This July a group of seventeen youth leaders with the Logan Square Neighborhood Association started a journey to fight the erasure of displacement by documenting their families’ migrations from Latin America to Chicago.  Youth leaders were also commissioned by their abuelitas and parents as they submitted DNA ancestry kits to see where their families’ journeys actually started. Our ancestry results capture the mixing of people’s brought violently together in 1492.  Our Mexican students –the great majority of the group–carry between 60-90% indigenous ancestry.  Africa is also present with us—all of our youth came back with some African ancestry. And our young people from the Caribbean have between 15-35% African ancestry.  We suddenly feel ancient and feel the weight of the loss of our indigenous and African identities–colonization is also erasure of one’s stories.


In partnership with the Genealogy and Storytelling Project LSNA youth will:

  1. Uncover the history of migration and displacement and the impact they have on their lives today;
  2. Boldly claim their own place in history as part of the Latin-American and Pan-African Diaspora;
  3. Dismantle the dominant narrative of white supremacy within the specific process of gentrification and more broadly;
  4. Engage more Latinx[2] families to celebrate their place and histories in the community as one weapon against displacement.

[1] In the past year, 110 youth have been involved in LSNA’s anti-gentrification work taking significant roles in outreach efforts to residents, develogeneology commissions 3.JPEGping actions, introducing new strategies and concepts, and meeting with local officials about the need to create policy solutions to address rising displacement.

[2] Latinx= The “x” makes Latino, a masculine identifier, gender-neutral. The “x” also encompasses genders outside of that limiting man-woman binary. Pronounced “La-teen-ex.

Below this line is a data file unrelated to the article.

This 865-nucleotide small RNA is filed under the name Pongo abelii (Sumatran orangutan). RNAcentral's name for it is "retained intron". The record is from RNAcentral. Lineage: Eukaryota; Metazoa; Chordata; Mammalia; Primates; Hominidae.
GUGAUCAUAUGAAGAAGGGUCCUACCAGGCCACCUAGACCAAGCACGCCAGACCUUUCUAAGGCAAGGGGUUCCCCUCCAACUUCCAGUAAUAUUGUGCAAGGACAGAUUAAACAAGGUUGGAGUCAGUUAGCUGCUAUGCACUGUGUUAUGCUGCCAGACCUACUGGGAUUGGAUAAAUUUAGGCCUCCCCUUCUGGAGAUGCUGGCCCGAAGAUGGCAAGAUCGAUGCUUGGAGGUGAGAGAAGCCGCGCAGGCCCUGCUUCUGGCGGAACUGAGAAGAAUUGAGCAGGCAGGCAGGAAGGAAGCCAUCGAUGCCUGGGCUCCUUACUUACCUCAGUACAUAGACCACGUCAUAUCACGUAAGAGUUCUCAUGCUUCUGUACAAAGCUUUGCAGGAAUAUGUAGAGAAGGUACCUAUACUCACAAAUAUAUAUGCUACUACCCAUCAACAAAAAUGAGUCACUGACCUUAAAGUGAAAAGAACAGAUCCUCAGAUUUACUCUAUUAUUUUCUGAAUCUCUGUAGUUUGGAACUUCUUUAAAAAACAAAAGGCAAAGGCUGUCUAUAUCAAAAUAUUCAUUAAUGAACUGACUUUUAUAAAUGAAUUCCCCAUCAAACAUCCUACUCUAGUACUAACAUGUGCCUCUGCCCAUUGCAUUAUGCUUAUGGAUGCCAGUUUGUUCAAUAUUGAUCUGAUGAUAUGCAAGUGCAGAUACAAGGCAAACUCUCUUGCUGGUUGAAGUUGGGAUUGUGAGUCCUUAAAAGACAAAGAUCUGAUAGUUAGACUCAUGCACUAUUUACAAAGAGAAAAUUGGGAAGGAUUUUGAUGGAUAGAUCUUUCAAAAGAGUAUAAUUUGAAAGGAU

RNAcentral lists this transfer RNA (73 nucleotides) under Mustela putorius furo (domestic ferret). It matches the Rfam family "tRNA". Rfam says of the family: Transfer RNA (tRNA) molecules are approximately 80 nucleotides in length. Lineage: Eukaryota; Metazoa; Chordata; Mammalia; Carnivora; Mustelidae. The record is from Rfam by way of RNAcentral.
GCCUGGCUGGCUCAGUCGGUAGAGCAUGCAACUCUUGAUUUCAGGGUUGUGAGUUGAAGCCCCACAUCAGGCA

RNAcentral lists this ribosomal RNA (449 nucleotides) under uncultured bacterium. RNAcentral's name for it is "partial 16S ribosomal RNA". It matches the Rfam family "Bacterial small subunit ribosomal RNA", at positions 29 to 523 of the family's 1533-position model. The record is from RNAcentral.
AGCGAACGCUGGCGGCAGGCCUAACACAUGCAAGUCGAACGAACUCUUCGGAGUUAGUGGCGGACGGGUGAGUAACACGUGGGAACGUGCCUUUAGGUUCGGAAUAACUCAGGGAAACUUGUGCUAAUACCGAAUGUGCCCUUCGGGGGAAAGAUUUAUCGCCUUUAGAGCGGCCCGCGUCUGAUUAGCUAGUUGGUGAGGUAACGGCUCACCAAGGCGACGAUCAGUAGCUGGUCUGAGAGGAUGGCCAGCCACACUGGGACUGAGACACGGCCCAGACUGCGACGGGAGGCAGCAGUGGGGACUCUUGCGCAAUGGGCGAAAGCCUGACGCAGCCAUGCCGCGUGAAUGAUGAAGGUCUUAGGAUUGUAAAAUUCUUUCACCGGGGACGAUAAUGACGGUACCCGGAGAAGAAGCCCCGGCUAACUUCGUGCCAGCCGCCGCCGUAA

Meeting #6 08/08/2016


  • Lecture from Dr. Jesse Mumm on  The Latin American Migration to Chicago
  • Follow up on questions with geneticist Kerry Cochrane on how to use search engines to investigate public family records.

Lecture Notes from Dr. Mumms Lecure:

  • First mixed peoples of Chicago were the Metis (mixed French and Native)
  • 1900’s saw great labor migrations: The Great Migration and subsequent labor recruitment of different immigrant groups depending on the need of the US for labor

Two key concepts when thinking of our ancestors (and our) life choices:

    • Agency v. Structure

→ Culture v. Political-Economy

→ Personal Experience v. Cultural, Economic, Political, Social Experiences

  • So when we interview our relatives we need to balance what their personal experiences are and what was happening on the macro-level
  • Also, this concept helps us know that there may be societal expectations and cultural ones but that people often defy the norms. (i.e. women who smoke)

Research questions/ historical questions:

  • There are some big questions that you might want to ask your relatives. (i.e. Did the Irish see themselves as “white” upon arrival?) However, you probably do not want to ask your relatives directly about those big sociological questions about race. But there are kinds of questions that you can get ask that will solicit their stories that address your big question about race.
  • How you ask a question will determine what kind of stories you are going to get.
  • So instead you can ask questions about race, like: